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Risk Factors at Birth Predictive of Subsequent Injury Among Japanese Preschool Children

A Nationwide 5-Year Cohort Study

Morioka, Hisayoshi, MD, PhD; Itani, Osamu, MD, PhD; Jike, Maki, PhD; Nakagome, Sachi, MD, PhD; Otsuka, Yuichiro, MD, PhD; Ohida, Takashi, MD, PhD

Journal of Developmental & Behavioral Pediatrics: June 2018 - Volume 39 - Issue 5 - p 424–433
doi: 10.1097/DBP.0000000000000558
Original Articles
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Objective: To identify risk factors at birth that are predictive of subsequent injury among preschool children.

Methods: Retrospective analysis of population-based birth cohort data from the “Longitudinal Survey of Babies Born in the 21st Century” was performed from 2001 through 2007 in Japan (n = 47,015). The cumulative incidence and the total number of hospitalizations or examinations conducted at medical facilities for injury among children from birth up to the age of 5 years were calculated. To identify risk factors at birth that are predictive of injury, multivariate analysis of data for hospitalization or admission because of injury during a 5-year period (age, 0–5 years) was performed using the total number of hospital examinations as the dependent variable.

Results: The cumulative incidence (95% confidence interval) of hospital examinations for injury over the 5-year period was 34.8% (34.2%–35.4%) for boys and 27.6% (27.0%–28.2%) for girls. The predictive risk factors at birth we identified for injury among preschool children were sex (boys), heavy birth weight, late birth order, no cohabitation with the grandfather or grandmother, father's long working hours, mother's high education level, and strong intensity of parenting anxiety.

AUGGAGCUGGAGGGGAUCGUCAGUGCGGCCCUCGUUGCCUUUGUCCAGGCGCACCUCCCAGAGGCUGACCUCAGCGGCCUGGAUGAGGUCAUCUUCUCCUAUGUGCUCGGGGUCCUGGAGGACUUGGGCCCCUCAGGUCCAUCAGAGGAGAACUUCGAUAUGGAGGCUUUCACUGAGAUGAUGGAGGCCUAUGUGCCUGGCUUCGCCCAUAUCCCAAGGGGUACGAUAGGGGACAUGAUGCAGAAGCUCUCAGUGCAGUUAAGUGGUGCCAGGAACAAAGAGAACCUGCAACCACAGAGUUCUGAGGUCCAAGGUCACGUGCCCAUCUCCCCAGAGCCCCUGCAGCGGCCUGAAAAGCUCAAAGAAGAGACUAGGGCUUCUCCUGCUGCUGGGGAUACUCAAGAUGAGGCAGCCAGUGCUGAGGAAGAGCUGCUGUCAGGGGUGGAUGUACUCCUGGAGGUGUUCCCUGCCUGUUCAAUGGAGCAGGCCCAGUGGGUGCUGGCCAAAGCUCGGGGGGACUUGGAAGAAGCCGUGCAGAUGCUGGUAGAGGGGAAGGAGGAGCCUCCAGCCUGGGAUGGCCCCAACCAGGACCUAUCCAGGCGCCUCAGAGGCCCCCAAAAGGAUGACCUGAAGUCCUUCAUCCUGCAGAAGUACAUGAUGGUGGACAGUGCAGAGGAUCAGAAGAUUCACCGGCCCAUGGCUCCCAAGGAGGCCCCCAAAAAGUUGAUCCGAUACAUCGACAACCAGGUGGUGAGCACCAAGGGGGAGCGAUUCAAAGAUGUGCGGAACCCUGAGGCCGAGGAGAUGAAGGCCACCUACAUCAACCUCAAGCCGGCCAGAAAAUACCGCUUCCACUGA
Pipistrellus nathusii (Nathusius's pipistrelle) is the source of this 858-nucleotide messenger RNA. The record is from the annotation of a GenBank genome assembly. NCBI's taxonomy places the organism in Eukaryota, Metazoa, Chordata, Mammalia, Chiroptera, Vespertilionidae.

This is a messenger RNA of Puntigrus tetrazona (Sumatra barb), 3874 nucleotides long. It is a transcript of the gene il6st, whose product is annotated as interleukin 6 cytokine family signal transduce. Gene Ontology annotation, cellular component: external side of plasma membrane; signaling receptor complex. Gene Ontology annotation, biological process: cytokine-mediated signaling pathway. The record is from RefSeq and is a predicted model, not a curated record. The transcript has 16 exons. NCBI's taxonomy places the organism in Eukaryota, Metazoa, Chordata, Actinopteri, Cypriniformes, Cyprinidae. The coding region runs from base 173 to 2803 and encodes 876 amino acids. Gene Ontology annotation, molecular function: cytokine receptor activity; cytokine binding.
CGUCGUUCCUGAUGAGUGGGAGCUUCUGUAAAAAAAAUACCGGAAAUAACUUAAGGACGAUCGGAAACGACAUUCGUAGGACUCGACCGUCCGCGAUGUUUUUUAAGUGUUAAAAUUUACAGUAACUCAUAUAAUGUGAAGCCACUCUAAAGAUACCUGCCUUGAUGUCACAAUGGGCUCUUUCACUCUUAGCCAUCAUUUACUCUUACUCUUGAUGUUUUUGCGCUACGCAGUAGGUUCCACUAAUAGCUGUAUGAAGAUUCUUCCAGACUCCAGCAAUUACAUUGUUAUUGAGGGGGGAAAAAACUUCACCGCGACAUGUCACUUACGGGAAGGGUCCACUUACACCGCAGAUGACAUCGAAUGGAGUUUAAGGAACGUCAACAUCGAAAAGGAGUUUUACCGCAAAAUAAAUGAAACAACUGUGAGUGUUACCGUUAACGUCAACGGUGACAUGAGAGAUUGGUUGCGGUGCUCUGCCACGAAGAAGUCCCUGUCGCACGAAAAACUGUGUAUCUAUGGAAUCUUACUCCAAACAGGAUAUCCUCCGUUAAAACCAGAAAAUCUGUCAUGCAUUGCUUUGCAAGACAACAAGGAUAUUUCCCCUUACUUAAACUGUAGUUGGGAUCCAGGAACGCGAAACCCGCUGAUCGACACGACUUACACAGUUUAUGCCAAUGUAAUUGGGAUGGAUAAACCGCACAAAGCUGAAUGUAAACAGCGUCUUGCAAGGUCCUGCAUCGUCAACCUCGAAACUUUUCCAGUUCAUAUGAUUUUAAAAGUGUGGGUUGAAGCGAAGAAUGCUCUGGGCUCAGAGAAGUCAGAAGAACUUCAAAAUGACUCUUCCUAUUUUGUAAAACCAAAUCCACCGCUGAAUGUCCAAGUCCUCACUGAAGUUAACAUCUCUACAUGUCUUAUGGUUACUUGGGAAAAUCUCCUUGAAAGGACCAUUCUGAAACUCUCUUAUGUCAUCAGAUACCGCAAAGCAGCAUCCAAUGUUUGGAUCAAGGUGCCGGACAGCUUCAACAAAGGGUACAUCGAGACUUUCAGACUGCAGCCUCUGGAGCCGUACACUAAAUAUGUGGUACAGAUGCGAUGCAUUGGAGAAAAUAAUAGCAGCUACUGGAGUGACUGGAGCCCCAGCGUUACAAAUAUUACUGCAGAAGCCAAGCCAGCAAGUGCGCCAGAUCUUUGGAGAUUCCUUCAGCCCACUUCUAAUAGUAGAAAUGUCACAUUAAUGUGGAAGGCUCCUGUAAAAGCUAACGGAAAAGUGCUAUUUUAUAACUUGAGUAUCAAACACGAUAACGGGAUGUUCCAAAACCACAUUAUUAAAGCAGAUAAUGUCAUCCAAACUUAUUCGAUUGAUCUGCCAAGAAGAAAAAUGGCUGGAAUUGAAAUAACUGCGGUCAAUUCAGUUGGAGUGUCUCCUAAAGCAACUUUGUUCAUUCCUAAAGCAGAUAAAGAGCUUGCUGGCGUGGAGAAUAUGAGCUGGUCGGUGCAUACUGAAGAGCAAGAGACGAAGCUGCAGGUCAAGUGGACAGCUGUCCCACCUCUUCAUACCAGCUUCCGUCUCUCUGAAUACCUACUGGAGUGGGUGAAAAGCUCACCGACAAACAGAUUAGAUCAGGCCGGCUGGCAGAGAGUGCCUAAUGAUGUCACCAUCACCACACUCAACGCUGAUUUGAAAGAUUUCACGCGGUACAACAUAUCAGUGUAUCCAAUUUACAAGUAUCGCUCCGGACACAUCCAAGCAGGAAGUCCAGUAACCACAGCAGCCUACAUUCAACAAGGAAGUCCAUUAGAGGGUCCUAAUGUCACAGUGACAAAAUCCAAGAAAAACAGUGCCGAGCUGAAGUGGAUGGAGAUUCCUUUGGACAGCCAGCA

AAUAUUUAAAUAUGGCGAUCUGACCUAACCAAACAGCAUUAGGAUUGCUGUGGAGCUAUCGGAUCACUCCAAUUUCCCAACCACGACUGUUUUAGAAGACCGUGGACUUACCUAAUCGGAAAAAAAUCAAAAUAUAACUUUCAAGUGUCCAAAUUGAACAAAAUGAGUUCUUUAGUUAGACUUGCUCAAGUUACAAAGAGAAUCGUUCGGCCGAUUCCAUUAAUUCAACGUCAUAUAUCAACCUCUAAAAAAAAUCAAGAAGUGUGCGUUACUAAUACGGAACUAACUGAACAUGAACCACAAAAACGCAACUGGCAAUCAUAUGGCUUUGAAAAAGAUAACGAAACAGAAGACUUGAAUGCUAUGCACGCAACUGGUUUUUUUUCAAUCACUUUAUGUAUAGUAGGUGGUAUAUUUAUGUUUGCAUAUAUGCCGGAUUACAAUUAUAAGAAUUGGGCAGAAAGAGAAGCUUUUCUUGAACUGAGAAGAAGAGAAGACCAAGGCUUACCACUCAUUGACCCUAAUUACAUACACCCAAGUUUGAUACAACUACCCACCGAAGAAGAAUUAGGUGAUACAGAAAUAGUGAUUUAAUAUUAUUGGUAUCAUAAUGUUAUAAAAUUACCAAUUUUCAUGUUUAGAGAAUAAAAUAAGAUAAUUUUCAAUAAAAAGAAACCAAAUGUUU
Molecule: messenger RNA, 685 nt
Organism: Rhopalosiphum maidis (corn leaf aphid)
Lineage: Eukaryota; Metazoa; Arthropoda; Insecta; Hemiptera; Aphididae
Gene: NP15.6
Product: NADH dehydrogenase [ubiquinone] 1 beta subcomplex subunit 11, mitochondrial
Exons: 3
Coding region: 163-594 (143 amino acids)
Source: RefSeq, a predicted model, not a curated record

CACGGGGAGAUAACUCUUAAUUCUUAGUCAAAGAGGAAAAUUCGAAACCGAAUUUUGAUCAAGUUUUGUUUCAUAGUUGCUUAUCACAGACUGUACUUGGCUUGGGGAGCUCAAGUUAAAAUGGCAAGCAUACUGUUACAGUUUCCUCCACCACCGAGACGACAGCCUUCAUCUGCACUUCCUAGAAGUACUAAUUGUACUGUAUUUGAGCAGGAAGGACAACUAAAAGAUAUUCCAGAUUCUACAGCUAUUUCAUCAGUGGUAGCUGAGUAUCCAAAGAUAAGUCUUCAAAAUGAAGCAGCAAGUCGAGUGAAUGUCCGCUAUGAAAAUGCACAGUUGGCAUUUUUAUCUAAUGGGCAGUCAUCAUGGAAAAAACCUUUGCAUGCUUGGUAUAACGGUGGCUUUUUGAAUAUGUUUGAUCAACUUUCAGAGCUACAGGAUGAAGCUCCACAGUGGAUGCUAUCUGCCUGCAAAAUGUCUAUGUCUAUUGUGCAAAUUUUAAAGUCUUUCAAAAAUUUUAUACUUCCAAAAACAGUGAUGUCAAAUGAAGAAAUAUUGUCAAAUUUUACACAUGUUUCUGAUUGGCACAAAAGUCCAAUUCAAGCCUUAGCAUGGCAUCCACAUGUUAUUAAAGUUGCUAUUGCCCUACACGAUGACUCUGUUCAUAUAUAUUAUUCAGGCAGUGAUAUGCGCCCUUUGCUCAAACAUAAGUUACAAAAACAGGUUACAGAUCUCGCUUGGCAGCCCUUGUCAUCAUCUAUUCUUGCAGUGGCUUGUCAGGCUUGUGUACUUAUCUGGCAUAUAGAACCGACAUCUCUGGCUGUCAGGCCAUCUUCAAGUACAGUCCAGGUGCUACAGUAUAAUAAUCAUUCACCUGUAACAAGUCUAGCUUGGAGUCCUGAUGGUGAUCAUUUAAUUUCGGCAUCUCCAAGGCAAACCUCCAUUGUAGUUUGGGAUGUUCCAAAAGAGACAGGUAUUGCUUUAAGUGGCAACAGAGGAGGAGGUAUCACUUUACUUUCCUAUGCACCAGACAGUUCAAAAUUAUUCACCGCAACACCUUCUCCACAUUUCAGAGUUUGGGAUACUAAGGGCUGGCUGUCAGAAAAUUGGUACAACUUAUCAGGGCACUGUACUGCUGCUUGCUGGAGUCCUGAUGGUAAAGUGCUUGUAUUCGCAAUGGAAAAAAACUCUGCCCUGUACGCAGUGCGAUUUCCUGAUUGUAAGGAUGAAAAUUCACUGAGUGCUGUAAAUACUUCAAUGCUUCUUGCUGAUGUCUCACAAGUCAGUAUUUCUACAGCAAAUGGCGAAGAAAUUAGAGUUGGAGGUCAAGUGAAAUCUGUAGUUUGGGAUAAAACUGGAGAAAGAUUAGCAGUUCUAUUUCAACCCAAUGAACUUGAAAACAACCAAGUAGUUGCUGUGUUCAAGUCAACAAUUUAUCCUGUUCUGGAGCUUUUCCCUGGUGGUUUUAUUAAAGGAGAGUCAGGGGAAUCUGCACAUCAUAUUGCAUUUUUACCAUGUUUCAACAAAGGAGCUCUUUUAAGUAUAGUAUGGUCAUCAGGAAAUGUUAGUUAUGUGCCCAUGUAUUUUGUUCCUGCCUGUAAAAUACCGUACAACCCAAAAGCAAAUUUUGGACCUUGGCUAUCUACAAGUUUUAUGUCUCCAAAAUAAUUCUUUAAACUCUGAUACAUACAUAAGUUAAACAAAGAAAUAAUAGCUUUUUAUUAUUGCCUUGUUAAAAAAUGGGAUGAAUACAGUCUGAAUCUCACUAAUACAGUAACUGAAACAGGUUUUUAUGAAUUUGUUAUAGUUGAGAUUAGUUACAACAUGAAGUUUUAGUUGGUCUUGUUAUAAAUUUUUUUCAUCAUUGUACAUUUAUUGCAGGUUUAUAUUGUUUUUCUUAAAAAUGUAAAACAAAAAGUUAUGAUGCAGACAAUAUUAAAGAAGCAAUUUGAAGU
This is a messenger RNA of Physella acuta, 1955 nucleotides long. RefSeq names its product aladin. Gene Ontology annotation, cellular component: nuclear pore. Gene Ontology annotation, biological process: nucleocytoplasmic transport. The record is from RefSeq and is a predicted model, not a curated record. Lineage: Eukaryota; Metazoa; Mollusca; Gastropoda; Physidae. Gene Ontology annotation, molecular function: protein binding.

Conclusion: Based on the results of this study, we identified a number of predictive factors for injury in children. To reduce the risk of injury in the juvenile population as a whole, it is important to pursue a high-risk or population approach by focusing on the predictive factors we have identified.

Division of Public Health, Department of Social Medicine, Nihon University School of Medicine, Tokyo, Japan.

Address for reprints: Osamu Itani, MD, PhD, Division of Public Health, Department of Social Medicine, Nihon University School of Medicine, 30-1 Ohyaguchi-kamimachi Itabashi-ku, Tokyo 173-8610, Japan; e-mail: itani.osamu@nihon-u.ac.jp.

Disclosure: The authors declare no conflict of interest.

Received September , 2017

Accepted January , 2018

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